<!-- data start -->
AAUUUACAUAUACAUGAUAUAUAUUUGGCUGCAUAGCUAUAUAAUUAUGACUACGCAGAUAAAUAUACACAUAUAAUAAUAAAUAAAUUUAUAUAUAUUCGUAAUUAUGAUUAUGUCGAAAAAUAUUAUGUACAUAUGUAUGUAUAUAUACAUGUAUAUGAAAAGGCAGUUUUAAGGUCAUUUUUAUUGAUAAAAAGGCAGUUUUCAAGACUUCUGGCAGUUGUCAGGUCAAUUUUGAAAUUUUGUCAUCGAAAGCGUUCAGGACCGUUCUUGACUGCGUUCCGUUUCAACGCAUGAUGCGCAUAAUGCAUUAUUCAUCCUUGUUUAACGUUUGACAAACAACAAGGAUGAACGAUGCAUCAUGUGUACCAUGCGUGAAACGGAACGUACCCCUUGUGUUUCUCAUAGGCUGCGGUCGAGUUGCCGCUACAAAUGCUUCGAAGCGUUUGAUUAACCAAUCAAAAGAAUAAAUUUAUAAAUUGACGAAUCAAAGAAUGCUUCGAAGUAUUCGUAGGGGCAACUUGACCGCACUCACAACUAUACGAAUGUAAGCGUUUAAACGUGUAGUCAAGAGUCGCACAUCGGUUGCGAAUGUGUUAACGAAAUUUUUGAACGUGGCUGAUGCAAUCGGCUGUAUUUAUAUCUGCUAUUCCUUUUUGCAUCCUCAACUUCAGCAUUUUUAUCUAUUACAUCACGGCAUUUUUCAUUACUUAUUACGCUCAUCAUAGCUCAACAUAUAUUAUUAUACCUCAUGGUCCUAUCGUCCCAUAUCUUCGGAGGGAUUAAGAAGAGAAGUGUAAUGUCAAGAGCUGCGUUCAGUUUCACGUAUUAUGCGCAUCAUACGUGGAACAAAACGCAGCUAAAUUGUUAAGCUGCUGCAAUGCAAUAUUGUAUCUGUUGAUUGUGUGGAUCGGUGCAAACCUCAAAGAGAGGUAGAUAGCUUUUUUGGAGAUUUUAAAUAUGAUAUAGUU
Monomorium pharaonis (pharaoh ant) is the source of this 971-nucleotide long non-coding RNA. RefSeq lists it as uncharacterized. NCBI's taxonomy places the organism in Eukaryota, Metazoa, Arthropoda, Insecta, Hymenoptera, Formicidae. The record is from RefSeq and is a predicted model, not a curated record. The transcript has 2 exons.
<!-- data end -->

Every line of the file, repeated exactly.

AAUUUACAUAUACAUGAUAUAUAUUUGGCUGCAUAGCUAUAUAAUUAUGACUACGCAGAUAAAUAUACACAUAUAAUAAUAAAUAAAUUUAUAUAUAUUCGUAAUUAUGAUUAUGUCGAAAAAUAUUAUGUACAUAUGUAUGUAUAUAUACAUGUAUAUGAAAAGGCAGUUUUAAGGUCAUUUUUAUUGAUAAAAAGGCAGUUUUCAAGACUUCUGGCAGUUGUCAGGUCAAUUUUGAAAUUUUGUCAUCGAAAGCGUUCAGGACCGUUCUUGACUGCGUUCCGUUUCAACGCAUGAUGCGCAUAAUGCAUUAUUCAUCCUUGUUUAACGUUUGACAAACAACAAGGAUGAACGAUGCAUCAUGUGUACCAUGCGUGAAACGGAACGUACCCCUUGUGUUUCUCAUAGGCUGCGGUCGAGUUGCCGCUACAAAUGCUUCGAAGCGUUUGAUUAACCAAUCAAAAGAAUAAAUUUAUAAAUUGACGAAUCAAAGAAUGCUUCGAAGUAUUCGUAGGGGCAACUUGACCGCACUCACAACUAUACGAAUGUAAGCGUUUAAACGUGUAGUCAAGAGUCGCACAUCGGUUGCGAAUGUGUUAACGAAAUUUUUGAACGUGGCUGAUGCAAUCGGCUGUAUUUAUAUCUGCUAUUCCUUUUUGCAUCCUCAACUUCAGCAUUUUUAUCUAUUACAUCACGGCAUUUUUCAUUACUUAUUACGCUCAUCAUAGCUCAACAUAUAUUAUUAUACCUCAUGGUCCUAUCGUCCCAUAUCUUCGGAGGGAUUAAGAAGAGAAGUGUAAUGUCAAGAGCUGCGUUCAGUUUCACGUAUUAUGCGCAUCAUACGUGGAACAAAACGCAGCUAAAUUGUUAAGCUGCUGCAAUGCAAUAUUGUAUCUGUUGAUUGUGUGGAUCGGUGCAAACCUCAAAGAGAGGUAGAUAGCUUUUUUGGAGAUUUUAAAUAUGAUAUAGUU
Monomorium pharaonis (pharaoh ant) is the source of this 971-nucleotide long non-coding RNA. RefSeq lists it as uncharacterized. NCBI's taxonomy places the organism in Eukaryota, Metazoa, Arthropoda, Insecta, Hymenoptera, Formicidae. The record is from RefSeq and is a predicted model, not a curated record. The transcript has 2 exons.